Today I got out the paperwork from the inspection @ purchase. Included is sketch of the house w/dimensions.
30'x 30'? Nope! 24'x 36.5.
So, she IS a bit of a rectangle after all. (Yeah, I cld measure it, myself, but snow/rain today - didn't want to mess w/it).
Also - saw in attic that the bottom layer of roofing is wood shingles. Who knew? 2nd layer... Green! Just like I chose for top layer! (What IS it with this house and "green"?) :-)

    Bookmark   November 17, 2010 at 9:32PM
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ks, think you could use Paint to draw us a floorplan?
Found a couple houses similar to yours in S.B. Reed's book 'Victorian Dwellings For Village and Country' reprinted by Dover Books. It was published originally in 1885. One on page 1o has no cross-gable, and the one on 20 has a full second story with the gables. You should be able to find a copy on Amazon or at your library. The description calls them 'cottages' since they are small--but some of the books will use the term for houses over 1500 square feet also!
Got a couple more books ordered, will check those when they arrive.
I would imagine any details were removed when the first layer of siding was put on--they didn't bother to keep details as it was too time consuming to try going over them.

    Bookmark   November 18, 2010 at 1:39PM
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Columbusguy, I can do better than that, I think. :-) I have the "day off" today, child free, (we'll call it Teachers In-service/mommy's recharge Day, lol). I'll scan the sketch from the report & post it.
Funny, I spent my entire life until recently doing CADD work, even worked for an architect for a while drafting house plans - but never did my own house! (The Cobbler's children having no shoes comes to mind, lol!). I need to re-install my cad program on my computer & get on that. :-)
Thank you, btw, for the info about the book! I'll see if the library has it - if they don't, they can order it.

    Bookmark   November 18, 2010 at 2:03PM
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Your roofline looks a lot like the front of my farmhouse, circa 1904. It's doesn't have the cross gable, just the gable in front and back. No front porch, just flat across the front. We also have a very similar enclosed porch on the side.

The columns look like they were added later (maybe 1920s?). I almost wonder if the front gable, porch and front window were an addition in the 1920s or 1930s. I'm no expert, but it looks like maybe the front door was the original part of the house, and the porch, bumpout and front gable, were added later?

We have those same tall, skinny windows on the upstairs front and back, too :)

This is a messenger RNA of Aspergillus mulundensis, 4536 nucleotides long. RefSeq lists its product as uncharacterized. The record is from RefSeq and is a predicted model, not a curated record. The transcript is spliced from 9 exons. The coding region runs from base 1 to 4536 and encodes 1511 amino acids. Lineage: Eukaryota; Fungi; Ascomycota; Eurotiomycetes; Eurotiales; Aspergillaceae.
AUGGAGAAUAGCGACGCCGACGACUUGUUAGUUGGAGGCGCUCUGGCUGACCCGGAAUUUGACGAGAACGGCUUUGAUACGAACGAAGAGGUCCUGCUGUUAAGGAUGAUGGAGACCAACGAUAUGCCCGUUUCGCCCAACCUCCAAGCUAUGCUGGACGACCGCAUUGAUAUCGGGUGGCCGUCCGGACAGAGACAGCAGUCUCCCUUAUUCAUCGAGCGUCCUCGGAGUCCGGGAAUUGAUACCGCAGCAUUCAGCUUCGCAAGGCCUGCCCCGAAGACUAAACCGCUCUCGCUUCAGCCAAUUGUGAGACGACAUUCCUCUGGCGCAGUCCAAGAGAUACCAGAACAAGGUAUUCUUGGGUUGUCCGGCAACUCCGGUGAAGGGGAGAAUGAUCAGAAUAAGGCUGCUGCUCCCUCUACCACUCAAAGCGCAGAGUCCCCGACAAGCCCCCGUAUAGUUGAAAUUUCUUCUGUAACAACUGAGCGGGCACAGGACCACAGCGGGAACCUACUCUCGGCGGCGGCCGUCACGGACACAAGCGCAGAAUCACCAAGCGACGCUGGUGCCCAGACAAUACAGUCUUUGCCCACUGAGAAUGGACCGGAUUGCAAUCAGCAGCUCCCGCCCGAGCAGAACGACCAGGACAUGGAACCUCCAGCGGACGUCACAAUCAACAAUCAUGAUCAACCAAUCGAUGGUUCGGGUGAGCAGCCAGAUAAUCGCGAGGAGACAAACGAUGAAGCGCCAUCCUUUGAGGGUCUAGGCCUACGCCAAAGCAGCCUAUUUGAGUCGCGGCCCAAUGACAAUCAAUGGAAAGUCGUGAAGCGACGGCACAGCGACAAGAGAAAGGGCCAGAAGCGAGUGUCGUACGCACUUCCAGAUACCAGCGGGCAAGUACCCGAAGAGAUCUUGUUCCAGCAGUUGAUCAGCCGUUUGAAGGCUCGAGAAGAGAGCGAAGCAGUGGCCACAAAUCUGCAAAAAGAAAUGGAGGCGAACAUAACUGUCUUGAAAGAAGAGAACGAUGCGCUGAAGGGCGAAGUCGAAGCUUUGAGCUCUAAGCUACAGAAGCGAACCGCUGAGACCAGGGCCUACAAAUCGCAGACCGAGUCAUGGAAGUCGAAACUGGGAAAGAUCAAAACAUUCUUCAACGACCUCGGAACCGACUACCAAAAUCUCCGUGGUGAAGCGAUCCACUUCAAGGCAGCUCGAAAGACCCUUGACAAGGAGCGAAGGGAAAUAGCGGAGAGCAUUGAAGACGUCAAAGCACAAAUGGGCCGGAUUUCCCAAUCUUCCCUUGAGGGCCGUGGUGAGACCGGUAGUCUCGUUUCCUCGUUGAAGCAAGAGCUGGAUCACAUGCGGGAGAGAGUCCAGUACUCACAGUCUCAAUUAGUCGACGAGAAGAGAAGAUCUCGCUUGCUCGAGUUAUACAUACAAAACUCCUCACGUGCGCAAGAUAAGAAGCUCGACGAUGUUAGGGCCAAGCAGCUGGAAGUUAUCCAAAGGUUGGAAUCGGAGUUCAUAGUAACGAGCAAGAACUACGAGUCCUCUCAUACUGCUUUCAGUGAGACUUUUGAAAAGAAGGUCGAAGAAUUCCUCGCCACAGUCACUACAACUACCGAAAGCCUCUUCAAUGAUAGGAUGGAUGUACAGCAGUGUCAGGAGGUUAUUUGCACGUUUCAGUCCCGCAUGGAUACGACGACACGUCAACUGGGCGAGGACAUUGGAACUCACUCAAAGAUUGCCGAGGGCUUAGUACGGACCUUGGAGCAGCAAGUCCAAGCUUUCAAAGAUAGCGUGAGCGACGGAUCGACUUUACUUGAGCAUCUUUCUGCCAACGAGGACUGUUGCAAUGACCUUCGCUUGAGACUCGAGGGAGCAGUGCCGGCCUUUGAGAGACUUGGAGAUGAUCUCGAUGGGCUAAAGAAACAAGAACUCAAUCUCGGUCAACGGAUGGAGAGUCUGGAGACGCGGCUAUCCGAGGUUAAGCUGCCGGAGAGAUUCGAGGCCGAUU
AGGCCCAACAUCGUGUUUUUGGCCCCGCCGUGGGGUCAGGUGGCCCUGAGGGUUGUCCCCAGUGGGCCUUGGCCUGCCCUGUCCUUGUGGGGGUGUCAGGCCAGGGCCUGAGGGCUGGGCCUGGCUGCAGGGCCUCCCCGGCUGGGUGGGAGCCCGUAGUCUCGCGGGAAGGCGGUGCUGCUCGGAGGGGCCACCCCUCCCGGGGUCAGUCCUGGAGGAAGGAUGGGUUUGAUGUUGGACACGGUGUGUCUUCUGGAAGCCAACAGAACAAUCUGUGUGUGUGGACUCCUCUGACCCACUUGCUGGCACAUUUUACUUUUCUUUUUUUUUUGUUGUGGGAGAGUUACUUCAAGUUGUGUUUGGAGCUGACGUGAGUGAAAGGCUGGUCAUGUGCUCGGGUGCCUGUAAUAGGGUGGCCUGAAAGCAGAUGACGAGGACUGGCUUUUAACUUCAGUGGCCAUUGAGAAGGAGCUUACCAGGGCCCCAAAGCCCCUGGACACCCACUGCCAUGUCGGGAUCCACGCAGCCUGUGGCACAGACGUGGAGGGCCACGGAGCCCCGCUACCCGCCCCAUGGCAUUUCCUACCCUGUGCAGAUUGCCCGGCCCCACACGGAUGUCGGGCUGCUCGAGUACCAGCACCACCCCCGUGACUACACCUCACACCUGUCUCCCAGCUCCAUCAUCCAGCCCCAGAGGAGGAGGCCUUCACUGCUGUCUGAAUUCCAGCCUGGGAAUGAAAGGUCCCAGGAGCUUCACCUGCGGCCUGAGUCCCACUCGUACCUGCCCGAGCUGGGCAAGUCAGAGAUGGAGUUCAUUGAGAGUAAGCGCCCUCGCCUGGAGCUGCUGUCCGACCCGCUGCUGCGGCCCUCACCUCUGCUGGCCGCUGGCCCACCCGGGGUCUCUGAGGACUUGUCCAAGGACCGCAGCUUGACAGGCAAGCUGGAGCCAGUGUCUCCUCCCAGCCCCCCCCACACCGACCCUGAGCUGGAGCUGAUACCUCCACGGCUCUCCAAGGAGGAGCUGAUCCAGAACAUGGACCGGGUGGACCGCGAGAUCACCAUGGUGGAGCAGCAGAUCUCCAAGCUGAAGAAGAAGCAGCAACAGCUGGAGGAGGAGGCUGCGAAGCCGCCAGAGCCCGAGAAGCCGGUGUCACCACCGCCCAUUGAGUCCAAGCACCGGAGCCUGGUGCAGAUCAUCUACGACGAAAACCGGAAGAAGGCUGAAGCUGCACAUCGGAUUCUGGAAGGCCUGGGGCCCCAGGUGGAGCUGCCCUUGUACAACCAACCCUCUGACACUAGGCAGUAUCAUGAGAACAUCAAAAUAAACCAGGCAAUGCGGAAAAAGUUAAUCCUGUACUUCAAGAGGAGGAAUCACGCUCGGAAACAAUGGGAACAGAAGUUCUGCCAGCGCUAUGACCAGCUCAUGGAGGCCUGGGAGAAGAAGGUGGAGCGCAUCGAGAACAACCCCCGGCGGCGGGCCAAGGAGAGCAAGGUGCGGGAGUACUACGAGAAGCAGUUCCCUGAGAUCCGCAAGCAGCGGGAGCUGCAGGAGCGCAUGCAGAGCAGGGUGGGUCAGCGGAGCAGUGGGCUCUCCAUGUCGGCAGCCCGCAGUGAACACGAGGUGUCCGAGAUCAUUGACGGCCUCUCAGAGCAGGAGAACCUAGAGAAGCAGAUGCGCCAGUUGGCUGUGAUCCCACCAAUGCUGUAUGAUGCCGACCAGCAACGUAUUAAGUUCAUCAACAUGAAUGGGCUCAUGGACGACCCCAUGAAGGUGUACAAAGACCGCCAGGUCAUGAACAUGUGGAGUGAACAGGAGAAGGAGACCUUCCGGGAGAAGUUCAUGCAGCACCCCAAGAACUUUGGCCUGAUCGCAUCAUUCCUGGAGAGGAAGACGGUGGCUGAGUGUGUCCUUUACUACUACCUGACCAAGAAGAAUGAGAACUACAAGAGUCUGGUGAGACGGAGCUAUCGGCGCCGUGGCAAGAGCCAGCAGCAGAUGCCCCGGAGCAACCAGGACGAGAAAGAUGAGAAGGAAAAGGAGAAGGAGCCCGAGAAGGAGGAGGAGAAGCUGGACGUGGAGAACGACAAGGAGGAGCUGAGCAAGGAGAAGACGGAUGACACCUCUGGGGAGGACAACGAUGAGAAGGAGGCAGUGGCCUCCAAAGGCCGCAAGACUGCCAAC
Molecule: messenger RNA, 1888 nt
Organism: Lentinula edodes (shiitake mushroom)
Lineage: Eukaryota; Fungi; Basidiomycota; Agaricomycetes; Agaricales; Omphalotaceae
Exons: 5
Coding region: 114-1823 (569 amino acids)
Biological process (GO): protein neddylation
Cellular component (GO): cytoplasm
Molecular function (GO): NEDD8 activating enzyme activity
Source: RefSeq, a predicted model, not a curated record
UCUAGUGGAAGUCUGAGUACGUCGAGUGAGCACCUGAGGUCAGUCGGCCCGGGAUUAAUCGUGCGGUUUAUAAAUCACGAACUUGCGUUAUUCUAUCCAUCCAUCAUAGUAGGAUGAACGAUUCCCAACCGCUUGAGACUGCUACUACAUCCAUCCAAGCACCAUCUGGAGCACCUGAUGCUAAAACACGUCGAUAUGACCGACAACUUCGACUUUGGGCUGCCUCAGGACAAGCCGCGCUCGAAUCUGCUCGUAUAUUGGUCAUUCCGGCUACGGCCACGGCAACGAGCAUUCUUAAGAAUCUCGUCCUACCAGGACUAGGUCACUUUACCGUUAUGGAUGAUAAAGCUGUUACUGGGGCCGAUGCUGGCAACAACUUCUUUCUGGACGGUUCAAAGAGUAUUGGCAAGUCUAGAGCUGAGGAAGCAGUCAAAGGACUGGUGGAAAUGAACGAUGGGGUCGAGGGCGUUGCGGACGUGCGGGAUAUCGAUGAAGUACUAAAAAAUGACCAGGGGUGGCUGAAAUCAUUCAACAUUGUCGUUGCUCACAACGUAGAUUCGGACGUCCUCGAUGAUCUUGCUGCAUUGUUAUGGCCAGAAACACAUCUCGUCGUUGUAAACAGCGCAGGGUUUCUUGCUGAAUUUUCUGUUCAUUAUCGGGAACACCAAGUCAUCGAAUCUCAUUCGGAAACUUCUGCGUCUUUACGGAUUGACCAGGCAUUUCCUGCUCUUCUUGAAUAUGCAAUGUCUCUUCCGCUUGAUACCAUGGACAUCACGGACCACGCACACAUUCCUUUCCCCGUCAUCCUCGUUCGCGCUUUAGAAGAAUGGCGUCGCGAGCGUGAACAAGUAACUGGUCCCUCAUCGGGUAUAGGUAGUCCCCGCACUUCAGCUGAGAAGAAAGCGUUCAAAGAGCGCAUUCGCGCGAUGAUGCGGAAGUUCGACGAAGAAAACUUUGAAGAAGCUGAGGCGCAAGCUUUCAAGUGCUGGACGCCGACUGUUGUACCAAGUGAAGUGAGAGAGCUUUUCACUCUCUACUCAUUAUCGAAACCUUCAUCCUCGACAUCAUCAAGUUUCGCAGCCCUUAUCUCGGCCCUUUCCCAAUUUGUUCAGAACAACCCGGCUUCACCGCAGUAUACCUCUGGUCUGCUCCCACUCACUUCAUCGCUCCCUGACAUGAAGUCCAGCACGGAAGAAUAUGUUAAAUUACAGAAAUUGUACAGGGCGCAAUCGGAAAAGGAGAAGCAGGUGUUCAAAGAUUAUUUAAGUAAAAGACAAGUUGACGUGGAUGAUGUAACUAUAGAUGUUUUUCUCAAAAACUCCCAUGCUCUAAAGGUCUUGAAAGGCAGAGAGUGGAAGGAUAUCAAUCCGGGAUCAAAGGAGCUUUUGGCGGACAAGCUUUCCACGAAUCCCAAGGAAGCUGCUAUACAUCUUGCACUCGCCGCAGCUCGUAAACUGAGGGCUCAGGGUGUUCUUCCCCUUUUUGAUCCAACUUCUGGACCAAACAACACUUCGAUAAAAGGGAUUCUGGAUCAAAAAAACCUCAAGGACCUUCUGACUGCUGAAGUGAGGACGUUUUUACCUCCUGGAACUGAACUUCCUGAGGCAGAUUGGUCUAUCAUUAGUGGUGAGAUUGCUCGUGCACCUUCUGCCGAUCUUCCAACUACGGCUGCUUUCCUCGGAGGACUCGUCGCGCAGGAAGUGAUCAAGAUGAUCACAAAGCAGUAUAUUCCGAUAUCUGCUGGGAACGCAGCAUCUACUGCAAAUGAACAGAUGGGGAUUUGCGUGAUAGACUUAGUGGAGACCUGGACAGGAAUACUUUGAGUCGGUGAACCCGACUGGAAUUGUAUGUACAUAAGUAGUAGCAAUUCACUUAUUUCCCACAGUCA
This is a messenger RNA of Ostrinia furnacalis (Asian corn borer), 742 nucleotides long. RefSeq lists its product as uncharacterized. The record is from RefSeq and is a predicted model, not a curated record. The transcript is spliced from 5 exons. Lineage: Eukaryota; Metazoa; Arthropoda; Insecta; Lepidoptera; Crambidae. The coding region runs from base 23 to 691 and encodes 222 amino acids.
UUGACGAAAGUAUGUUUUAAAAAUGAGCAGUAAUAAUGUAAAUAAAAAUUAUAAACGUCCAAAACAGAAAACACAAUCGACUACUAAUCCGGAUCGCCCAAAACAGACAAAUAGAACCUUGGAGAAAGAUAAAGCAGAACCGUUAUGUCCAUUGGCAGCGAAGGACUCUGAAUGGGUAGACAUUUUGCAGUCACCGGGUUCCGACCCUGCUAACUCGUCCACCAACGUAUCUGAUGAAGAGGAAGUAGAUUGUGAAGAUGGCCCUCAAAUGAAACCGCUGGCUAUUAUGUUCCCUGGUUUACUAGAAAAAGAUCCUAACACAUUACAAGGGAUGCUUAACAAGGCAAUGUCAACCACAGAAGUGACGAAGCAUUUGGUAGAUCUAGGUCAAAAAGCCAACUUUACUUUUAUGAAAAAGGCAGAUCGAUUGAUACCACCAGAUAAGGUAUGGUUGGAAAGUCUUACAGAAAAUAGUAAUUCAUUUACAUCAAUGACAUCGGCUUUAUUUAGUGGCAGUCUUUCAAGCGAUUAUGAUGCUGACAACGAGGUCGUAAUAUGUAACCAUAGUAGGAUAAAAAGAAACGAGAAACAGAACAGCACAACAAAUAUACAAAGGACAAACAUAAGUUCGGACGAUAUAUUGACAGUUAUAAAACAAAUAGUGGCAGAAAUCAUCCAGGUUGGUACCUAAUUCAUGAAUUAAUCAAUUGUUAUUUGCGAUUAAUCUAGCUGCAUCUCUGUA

My guess would be your house was built between 1900 and 1910.

    Bookmark   November 18, 2010 at 9:36PM
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Sorry, "flaky Sara strikes again". Cable tv & internet in house were worked on for hours today (many hours!). Yep. The ONE day I could use computer w/out kids here - wanting to use it first. Great.
Lavender, the main reason I know FOR SURE the porch wasn't part of an add on or bump-out is... And this is odd, I think...
The floor of the porch is the same as the living room. Meaning, the T&G continues from the interior to the exterior - it's been an issue w/DH. Can't figure out how to replace porch flooring, would have to saw-off the boards that go under exterior wall, into house. Am I making sense? WE will post images tonight, SOON. (But the foundation & subfloor go to the outside edge of the porch). I know - I wondered, myself!
Floor plan sketch coming right up...

    Bookmark   November 18, 2010 at 11:54PM
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Ok, finally just took a pic of it & went that route. I hope you can read it!

    Bookmark   November 19, 2010 at 5:09PM
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(On a somewhat unrelated note---we discovered blue grease pencil notes on an exposed beam in our kitchen this evening, and we're fairly certain our house isn't a kit house, so for whatever that's worth, they may just have been common tools in construction in that era....)

    Bookmark   November 19, 2010 at 11:05PM
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Thanks, artemis, I was suspecting as much, myself.

Is the sketch legible enough? I should note, the "coffered ceiling" in the front room is new - entire 1st floor ceiling was dropped by POs.

Doesn't look like (nearly) 1400 sq ft from the outside, does it? Odd...

    Bookmark   November 20, 2010 at 11:57PM
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Artemis - oops! I meant to ask, before... Can you read them, (the blue "notes"), did they make sense - and, if you wouldn't mind, what were they? Measurements, dates, intended location of piece?

Sorry to harp on it, but I'm having a hard time reading these, & would love to hear about yours & anyone elses.

Regarding the floor layout... Anyone have any ideas about what the main floor bathroom might have been? 12'X 10' or so seems excessive for a bathroom at the time, (whenever THAT was, lol). If it's relevant, we removed the drywall @ the foot of the stairs & found framing for an exterior door. ???